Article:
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In the previous blog reflecting on the first part of the 2020 proxy voting season, disruption caused by the shift to virtual meetings and the hurried rearrangement of many AGMs was a key theme. Now as we look back over the entirety of the season we can see that companies have, by and large, acclimatised to the ‘new normal’ with virtual meetings here to stay! We have also seen a number of other key themes emerge in this environment, but which ones will remain for the years to come?

Reflections on the 2020 AGM Season – Part II

Neville White Neville White Head of RI Policy & Research
Opinion

Reflections on the 2020 AGM Season – Part II

Neville White

Neville White
Head of RI Policy & Research

In my earlier blog reflecting on the first part of the 2020 proxy voting season, I noted the disruption caused by the shift to virtual meetings and the hurried rearrangement of many AGMs. Now as we look back over the entirety of the season we can see that by June companies had by and large acclimatised to the ‘new normal’ with virtual meetings here to stay!

Reflecting the troubled economic times for many companies we have mostly witnessed pay restraint in the UK C-Suite, with few companies opting to increase the maximum available under bonus and long-term incentive plans. We have also seen more and more companies come into line with new Investment Association guidance to reduce executive pension payments to be in line with the wider workforce.

So has there been nothing of interest to comment on beyond the obvious disruption? It’s certainly true that shareholders appear to have lost their appetite for opposition this year. Remuneration policies and reports that we at EdenTree routinely oppose have been passed with over 95% of proxies cast. However one sector that did see some ripples of opposition was the food retailers. At Tesco just 32.7% of proxies supported the take-note Remuneration Report after the company controversially amended its incentive peer group that artificially manipulated and increased performance outcomes. Morrison was also hit by a sizeable revolt against its new Remuneration Policy after failing to reduce executive pension payments which were maintained at an eye watering 24% of salary.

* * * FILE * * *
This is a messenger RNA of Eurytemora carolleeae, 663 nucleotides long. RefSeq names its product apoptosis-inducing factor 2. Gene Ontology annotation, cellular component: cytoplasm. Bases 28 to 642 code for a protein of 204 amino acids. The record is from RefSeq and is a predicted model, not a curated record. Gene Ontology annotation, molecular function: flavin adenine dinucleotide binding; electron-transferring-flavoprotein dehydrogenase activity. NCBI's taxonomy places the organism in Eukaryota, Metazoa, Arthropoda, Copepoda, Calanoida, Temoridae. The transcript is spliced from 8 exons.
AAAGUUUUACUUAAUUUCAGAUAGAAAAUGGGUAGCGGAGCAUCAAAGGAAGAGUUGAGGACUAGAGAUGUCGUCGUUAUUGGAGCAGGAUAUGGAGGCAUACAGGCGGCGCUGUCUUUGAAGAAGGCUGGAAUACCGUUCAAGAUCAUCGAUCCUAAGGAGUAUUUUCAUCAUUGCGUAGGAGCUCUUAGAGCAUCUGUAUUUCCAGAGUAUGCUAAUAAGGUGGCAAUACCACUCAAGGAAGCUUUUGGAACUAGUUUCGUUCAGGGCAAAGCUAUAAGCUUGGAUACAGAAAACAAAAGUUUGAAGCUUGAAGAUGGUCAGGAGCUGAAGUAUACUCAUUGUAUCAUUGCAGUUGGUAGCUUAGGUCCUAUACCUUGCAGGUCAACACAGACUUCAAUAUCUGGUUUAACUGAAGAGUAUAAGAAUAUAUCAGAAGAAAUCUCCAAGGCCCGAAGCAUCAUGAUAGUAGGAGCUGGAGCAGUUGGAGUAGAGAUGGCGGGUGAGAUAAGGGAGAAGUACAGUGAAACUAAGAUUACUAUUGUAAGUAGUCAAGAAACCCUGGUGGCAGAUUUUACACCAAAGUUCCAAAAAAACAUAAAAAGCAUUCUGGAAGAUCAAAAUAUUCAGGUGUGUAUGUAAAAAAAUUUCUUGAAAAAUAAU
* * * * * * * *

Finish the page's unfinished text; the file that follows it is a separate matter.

The second half of the voting season also saw the first flourishing of an alternative to the flagship Long Term Incentive Plan or LTIP. These have been the staple for making performance share awards in the UK for 15 years. Although flawed, they are broadly supported as a means of incentivising executives with an award of shares subject to three-year performance measurement. Our criticisms by and large are connected with the quantum, the fact that grants are always made at maximum, and the ease at which performance can be manipulated or rewarded via the metrics chosen to measure it against. In July two companies chose to dispense with this well tried model of reward by moving to Restricted Share Plans. In effect, for a significantly reduced quantum, performance will be dispensed with except for a minimum underpin. Burberry Group and BT Group introduced variations on this type of plan and were rewarded with 94% and 96% support respectively. The revised Remuneration Policies at both companies were supported by similar amounts. Does this mean shareholders are open to varying the type of incentive plan on offer and to move away from a performance test? Possibly, but with just two companies breaking ranks it remains to be seen whether this catches on and replaces the LTIP as they in turn superseded share option schemes. We remain suspicious, even with a reduced quantum, of rewarding executives without any nod at corporate performance, and we opposed both schemes.

In years to come the full effects of this year’s disruption will need to be closely watched by investors

We have continued to assert our principles on diversity and auditor rotation through our proxy voting, but remuneration continues to be the main area of action taken. So far this year we have voted on 205 pay policies and reports and opposed or abstained 57%. We continue to find few FTSE100 packages we can commend, with just six supported out of 52 voted – failing 88% of pay arrangements at our biggest companies. Whilst by and large we have seen corporate restraint in a Policy year, we did not hesitate to oppose unjustified ratcheting, for instance at UK-small-cap Trifast where both the bonus and LTIP maxima were scaled up. Here the rationale for increasing the entire package at a time of financial constraint was peculiar and alarming; the Remuneration Committee had become exercised by the ongoing poor performance that meant no bonuses had been paid for two years. The Committee stated this is untenable in the longer term and unlikely to allow the Committee to fulfil its duties in full – the proposed Policy has been constructed with that in mind. We viewed this with perplexity!

In years to come the full effects of this year’s disruption will need to be closely watched by investors. With so many depressed share prices through 2020 there is the risk of unintended windfalls being awarded to executives from long-term incentive schemes. We must remain alive to the risk of this as just one consequence of 2020 being one of the most unusual and chaotic of proxy voting seasons.